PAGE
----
There is a shameful disproportion between French-language and English-language newspapers printed in the province of Lower Canada. In view of the vast majority of those who demand the use of French, this inequality becomes even more striking. A foreigner would be unable to conceive how 4 public papers could suffice for 400,000 French descendants, while 100,000 English manage to support 10 periodicals.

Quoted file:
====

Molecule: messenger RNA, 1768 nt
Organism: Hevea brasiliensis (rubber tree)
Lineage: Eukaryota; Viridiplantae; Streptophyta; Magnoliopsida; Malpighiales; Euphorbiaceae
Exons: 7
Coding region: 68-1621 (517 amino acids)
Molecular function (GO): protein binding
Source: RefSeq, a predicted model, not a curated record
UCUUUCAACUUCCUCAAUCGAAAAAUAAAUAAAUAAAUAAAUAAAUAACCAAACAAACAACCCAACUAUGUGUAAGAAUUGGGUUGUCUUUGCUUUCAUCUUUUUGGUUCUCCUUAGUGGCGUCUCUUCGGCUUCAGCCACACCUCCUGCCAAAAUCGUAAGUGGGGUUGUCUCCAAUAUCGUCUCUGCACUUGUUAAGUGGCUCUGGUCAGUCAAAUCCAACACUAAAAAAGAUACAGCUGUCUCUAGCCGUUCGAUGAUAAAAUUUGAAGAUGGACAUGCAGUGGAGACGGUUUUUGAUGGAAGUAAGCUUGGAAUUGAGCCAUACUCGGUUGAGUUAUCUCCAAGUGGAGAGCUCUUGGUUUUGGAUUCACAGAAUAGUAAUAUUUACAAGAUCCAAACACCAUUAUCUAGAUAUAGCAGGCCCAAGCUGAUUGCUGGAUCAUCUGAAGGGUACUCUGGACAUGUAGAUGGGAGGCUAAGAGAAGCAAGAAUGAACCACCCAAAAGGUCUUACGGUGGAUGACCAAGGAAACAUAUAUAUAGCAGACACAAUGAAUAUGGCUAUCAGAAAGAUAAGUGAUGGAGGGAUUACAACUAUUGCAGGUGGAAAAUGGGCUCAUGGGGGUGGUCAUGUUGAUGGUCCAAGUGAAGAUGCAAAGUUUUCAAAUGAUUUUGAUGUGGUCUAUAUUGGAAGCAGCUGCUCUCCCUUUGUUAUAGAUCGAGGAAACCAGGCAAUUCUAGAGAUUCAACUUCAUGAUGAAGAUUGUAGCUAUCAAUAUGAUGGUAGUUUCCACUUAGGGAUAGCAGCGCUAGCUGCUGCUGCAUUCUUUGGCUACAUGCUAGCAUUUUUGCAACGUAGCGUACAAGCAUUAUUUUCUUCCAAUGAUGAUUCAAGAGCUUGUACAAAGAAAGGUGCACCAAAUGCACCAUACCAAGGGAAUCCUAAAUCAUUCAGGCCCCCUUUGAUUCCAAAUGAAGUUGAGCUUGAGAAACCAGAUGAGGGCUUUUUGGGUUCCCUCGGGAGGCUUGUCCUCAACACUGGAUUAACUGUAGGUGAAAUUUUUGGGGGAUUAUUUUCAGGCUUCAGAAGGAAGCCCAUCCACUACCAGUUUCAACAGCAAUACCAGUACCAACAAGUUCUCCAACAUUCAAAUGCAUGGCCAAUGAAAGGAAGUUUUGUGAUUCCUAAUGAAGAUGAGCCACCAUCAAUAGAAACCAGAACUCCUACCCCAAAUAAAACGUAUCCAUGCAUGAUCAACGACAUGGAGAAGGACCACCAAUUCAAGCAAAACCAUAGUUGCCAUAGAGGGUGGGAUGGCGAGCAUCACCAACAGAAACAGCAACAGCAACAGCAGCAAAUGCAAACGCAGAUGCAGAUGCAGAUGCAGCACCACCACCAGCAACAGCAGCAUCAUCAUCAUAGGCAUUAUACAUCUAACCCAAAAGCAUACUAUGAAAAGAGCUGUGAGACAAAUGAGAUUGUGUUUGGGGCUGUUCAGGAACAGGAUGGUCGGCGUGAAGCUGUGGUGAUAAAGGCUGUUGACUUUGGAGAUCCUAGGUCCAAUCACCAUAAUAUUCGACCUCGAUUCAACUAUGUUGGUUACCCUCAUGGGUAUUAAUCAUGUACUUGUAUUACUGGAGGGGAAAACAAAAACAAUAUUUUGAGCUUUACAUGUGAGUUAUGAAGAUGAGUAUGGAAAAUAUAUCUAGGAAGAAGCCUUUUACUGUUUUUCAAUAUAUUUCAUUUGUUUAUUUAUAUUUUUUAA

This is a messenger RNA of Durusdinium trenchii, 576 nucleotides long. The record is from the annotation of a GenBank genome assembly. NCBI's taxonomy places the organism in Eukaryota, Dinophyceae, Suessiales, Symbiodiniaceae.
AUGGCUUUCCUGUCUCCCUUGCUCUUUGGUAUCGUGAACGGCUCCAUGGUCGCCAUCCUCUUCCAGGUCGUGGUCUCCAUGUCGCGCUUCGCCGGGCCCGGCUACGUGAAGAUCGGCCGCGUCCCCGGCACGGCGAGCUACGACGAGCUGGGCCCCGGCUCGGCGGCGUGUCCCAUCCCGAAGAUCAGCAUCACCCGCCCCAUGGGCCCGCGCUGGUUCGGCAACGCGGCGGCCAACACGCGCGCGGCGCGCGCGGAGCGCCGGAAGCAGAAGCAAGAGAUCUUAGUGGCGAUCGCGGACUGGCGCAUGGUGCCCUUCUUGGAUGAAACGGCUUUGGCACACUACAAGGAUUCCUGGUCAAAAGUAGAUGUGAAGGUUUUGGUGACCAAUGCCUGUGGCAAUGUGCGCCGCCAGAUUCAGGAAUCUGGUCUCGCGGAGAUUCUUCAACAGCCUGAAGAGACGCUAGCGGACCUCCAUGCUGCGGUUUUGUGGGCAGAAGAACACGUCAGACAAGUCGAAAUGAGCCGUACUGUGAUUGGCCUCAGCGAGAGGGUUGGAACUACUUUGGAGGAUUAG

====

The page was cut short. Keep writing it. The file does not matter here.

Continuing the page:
With immigration intensifying after 1815, Anglophones considerably increased their numbers. Yet a more decisive factor in the increase of newspapers seems to have been the heterogeneity of this Anglophone immigration: British, Americans, Irish and Scots each created newspapers to serve their specific interests and express their particular values, thus multiplying the birth rate of the Anglophone press. In comparison, the Francophone press developed with difficulty. Newspaper owners and editors lamented the situation. They condemned the ‘lack of support’ from their compatriots and attributed its cause ‘to their attitude of indifference’ towards public affairs, ‘to their lack of curiosity’ and ‘to their lack of interest in reading.’ Furthermore, Canadians were bad debtors and newspapers were constantly renewing reminders to recover one, two, even three or four years of subscriptions, if they managed to survive that long. And, of course, the death rate of Francophone newspapers was distinctly superior to that of English-language publications. Instead, the linguistic distribution of the Quebec press reveals the balance of power established between the two groups. According to Hector Langevin, the 1837-1838 political crisis that has first provoked a drastic thinning out in the French-language press, also led to a new awareness: in 1855 he suggested that a Canadian had realised ‘that to assert his expectations and wishes, he needed to have mouthpieces.’